Robots Need Tactics, Too
Technology is just the first step for effective swarming.
The Defense Advanced Research Projects Agency (DARPA) is moving into the first development phase of its OFFensive Swarm-Enabled Tactics (OFFSET) program, a capability that will empower dismounted troops to control scores of unmanned air and ground vehicles simultaneously. Once fully evolved, the technology will provide small-unit infantry forces with small, unmanned aircraft and ground systems to support diverse missions in urban areas. The program also seeks to integrate modern swarm tactics and leverage emerging technologies in swarm autonomy and human-swarm teaming.
Tall structures, tight spaces and limited line of sight in urban canyons constrain military communications, mobility and tactics. These challenges increase in enemy territory where troops can’t rely on supply chains, infrastructure and previous knowledge of local conditions and potential threats.
However, robots can perform missions such as intelligence, surveillance and reconnaissance and building clearance effectively in these settings. Unmanned air and ground vehicles have proved beneficial, but their value to warfighters would increase vastly if troops could control swarms of 250 or more robotic units in unison.
The prime bottleneck to achieving this goal is not the robotic technology, which is becoming increasingly capable and affordable. Rather, U.S. military forces currently lack the technologies to manage and interact with such swarms and the means to quickly develop and share swarm tactics suitable for application in diverse, evolving urban situations.
To address this issue, Northrop Grumman Corporation will launch its first open architecture testbed as part of the OFFSET program’s first phase. The company leads a team that includes Intelligent Automation Inc. and the University of Central Florida’s Interactive Computing Experiences Research Cluster of Excellence. It is seeking participants to create and test their own swarm-based tactics on the platform.
As a swarm systems integrator, Northrop Grumman will design, develop and deploy a swarm-system, open-based architecture for swarm technologies in both a game-based environment and physical testbed. The team will produce tactics and technologies to test on the architecture and engage a wider development and user audience through rapid technology development exercises known as “swarm sprints.”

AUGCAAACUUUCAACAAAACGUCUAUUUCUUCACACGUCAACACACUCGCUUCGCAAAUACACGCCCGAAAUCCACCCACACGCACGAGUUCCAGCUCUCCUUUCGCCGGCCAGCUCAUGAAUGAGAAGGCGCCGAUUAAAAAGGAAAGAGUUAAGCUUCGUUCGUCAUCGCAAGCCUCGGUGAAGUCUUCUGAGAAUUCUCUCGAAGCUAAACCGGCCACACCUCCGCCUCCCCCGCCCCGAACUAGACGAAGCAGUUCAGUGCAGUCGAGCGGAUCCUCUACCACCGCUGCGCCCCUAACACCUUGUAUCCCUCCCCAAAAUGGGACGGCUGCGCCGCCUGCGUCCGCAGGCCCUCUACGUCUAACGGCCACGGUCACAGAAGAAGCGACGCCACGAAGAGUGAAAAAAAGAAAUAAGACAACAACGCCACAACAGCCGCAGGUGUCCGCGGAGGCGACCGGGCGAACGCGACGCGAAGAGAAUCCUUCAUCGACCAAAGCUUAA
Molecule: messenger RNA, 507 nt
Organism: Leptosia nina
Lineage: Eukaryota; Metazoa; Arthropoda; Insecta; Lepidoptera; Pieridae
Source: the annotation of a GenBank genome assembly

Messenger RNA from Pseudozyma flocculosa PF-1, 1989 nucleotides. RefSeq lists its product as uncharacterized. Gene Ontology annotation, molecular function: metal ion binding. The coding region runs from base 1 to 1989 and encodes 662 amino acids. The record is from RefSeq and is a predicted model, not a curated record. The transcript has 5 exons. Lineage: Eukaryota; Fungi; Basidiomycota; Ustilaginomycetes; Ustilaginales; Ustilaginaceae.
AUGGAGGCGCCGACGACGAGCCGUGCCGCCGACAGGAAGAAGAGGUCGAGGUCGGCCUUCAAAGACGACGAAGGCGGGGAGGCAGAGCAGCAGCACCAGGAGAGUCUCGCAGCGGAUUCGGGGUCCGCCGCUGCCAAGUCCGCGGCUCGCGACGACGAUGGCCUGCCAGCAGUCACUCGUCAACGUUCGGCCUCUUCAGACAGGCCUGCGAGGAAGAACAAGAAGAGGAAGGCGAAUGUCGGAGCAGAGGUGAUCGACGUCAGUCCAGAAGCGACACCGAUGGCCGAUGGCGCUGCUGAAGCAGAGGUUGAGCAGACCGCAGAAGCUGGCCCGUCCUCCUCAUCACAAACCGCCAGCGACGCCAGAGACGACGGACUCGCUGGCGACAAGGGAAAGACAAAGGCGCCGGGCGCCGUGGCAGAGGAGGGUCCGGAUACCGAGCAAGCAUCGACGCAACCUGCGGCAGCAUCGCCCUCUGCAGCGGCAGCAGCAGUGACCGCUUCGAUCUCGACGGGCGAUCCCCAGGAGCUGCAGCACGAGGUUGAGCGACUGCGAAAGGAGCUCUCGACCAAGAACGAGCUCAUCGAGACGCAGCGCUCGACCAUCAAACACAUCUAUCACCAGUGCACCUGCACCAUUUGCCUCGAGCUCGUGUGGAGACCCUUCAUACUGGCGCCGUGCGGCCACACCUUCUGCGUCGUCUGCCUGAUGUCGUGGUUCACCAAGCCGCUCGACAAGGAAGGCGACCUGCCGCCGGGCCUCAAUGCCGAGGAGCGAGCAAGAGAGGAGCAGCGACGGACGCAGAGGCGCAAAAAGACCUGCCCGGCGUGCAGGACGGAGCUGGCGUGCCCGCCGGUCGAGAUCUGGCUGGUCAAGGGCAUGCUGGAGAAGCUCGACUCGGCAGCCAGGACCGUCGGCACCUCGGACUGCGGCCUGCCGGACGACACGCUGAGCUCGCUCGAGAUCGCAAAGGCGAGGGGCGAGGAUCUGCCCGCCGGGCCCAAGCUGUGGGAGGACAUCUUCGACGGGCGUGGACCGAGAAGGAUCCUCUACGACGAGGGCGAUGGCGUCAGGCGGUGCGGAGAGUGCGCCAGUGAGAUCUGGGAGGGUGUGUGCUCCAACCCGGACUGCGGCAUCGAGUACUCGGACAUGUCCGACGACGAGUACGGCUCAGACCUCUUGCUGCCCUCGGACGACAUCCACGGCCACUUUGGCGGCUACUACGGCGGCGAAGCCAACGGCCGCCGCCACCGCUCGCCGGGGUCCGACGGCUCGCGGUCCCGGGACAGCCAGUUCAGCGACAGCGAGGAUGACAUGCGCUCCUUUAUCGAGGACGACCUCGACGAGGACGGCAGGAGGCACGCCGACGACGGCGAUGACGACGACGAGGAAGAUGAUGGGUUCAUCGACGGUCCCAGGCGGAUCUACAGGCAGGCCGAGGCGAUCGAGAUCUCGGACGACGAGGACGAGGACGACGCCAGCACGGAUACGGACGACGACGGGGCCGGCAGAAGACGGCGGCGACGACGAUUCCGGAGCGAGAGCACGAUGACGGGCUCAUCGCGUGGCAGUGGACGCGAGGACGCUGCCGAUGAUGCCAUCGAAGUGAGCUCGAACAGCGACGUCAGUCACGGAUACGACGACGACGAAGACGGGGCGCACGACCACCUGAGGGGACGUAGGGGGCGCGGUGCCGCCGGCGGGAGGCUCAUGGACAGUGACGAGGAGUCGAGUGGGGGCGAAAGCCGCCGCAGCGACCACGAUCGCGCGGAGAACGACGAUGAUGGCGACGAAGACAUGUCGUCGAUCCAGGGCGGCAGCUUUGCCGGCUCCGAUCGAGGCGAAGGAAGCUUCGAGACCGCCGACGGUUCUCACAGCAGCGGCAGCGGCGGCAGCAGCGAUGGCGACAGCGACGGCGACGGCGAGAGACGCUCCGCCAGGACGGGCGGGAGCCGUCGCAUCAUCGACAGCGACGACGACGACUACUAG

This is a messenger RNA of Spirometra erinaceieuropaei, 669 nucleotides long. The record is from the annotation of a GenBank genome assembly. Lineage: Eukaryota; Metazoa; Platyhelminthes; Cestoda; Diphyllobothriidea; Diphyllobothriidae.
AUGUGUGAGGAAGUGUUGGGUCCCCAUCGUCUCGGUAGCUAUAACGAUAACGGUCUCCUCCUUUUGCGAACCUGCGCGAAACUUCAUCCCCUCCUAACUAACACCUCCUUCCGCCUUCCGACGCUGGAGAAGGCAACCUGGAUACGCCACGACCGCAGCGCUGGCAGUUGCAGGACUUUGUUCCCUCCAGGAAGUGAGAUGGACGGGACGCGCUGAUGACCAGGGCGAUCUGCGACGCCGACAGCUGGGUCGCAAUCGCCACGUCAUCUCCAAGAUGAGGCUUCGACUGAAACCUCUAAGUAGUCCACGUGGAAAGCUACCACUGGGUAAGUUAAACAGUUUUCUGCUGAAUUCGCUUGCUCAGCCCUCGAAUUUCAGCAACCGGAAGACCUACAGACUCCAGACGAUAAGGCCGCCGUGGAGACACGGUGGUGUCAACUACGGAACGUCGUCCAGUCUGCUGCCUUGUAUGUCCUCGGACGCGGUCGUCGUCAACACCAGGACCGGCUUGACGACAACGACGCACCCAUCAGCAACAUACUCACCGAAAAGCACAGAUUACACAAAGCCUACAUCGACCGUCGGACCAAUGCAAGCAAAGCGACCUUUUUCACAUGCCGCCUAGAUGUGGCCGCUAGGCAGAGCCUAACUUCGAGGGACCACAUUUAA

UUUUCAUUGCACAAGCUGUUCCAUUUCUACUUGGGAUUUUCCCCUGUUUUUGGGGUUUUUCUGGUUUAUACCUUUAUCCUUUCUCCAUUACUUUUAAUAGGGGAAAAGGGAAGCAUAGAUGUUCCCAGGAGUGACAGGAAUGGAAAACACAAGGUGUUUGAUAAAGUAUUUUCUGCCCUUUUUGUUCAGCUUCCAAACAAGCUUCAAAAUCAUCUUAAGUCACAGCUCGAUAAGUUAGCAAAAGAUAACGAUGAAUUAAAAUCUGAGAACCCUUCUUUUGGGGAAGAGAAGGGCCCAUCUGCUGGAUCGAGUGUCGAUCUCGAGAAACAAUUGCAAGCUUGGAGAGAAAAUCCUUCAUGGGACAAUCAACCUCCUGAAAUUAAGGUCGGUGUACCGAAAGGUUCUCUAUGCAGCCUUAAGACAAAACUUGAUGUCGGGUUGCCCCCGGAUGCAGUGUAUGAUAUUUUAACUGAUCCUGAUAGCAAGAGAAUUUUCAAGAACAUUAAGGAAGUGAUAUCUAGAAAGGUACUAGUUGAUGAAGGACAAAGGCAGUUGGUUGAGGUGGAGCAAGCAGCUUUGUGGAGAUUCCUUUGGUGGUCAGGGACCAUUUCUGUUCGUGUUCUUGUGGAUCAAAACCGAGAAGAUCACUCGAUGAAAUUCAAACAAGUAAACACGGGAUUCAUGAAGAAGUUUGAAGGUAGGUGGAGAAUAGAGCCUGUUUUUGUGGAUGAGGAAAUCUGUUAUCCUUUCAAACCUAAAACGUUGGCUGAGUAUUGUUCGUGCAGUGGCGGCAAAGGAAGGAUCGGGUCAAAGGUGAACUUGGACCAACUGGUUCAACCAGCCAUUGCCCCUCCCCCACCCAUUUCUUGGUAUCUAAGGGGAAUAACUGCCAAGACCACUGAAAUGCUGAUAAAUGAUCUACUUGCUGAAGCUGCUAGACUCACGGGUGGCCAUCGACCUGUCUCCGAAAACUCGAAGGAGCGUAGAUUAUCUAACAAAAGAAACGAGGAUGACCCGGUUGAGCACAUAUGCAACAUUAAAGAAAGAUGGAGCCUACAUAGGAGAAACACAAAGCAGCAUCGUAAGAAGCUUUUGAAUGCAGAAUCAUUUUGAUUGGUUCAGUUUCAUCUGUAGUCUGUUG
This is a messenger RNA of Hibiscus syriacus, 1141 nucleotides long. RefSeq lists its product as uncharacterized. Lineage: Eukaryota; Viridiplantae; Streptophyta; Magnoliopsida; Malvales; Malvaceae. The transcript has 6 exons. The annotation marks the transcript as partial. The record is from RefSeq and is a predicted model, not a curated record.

DARPA launched the OFFSET program in late 2016. The program seeks to develop and demonstrate more than 100 operationally relevant swarm tactics that groups of unmanned air and/or ground systems numbering more than 100 robots could use. These swarm tactics for large teams of unmanned assets would help improve force protection, firepower and precision affects capabilities. Program developers plan to offer frequent opportunities for engagement with anticipated end users in the U.S. Army and U.S. Marine Corps and would share successfully tested swarm tactics with them on a rolling basis.
To accomplish these goals, OFFSET seeks to develop an active swarm tactics development ecosystem and an open systems architecture to support it. Plans call for an ecosystem and architecture with an advanced human-swarm interface; a real-time, networked virtual environment to support a physics-based swarm tactics game to explore, evolve and evaluate swarm maneuvers; and a community-driven swarm tactics exchange.
The program intends to demonstrate its technologies through frequent live experiments with various unmanned air and ground platforms. Every six months, operational vignettes of progressively increasing complexity will challenge both the swarm architecture and the developed swarm tactics across numerous technological and operational test variables, such as swarm size, proportion of air and ground platforms, and mission duration.
“With the technologies and tactics to be developed under OFFSET, we anticipate achieving a deeper understanding of how large numbers of increasingly autonomous air and ground robots can be leveraged to benefit urban warfighters,” Timothy Chung, DARPA program manager, said.
“We aim to provide the tools to quickly generate swarm tactics, evaluate those swarm tactics for effectiveness and integrate the best swarm tactics into field operations. If we’re successful, this work could also bring entirely new scalable, dynamic capabilities to the battlefield, such as distributed perception, robust and resilient communications, dispersed computing and analytics, and adaptive collective behaviors,” he added.
Vern Boyle, vice president, advanced technologies, Northrop Grumman Mission Systems, believes that cognitive autonomy could transform all defense and security systems. “We are applying cutting-edge technologies in robotics, robot autonomy, machine learning and swarm control to ultimately enhance our contributions to the warfighter,” he said.
To participate in Northrop Grumman’s swarm sprints, visit the Swarm Tactics Exchange Portal.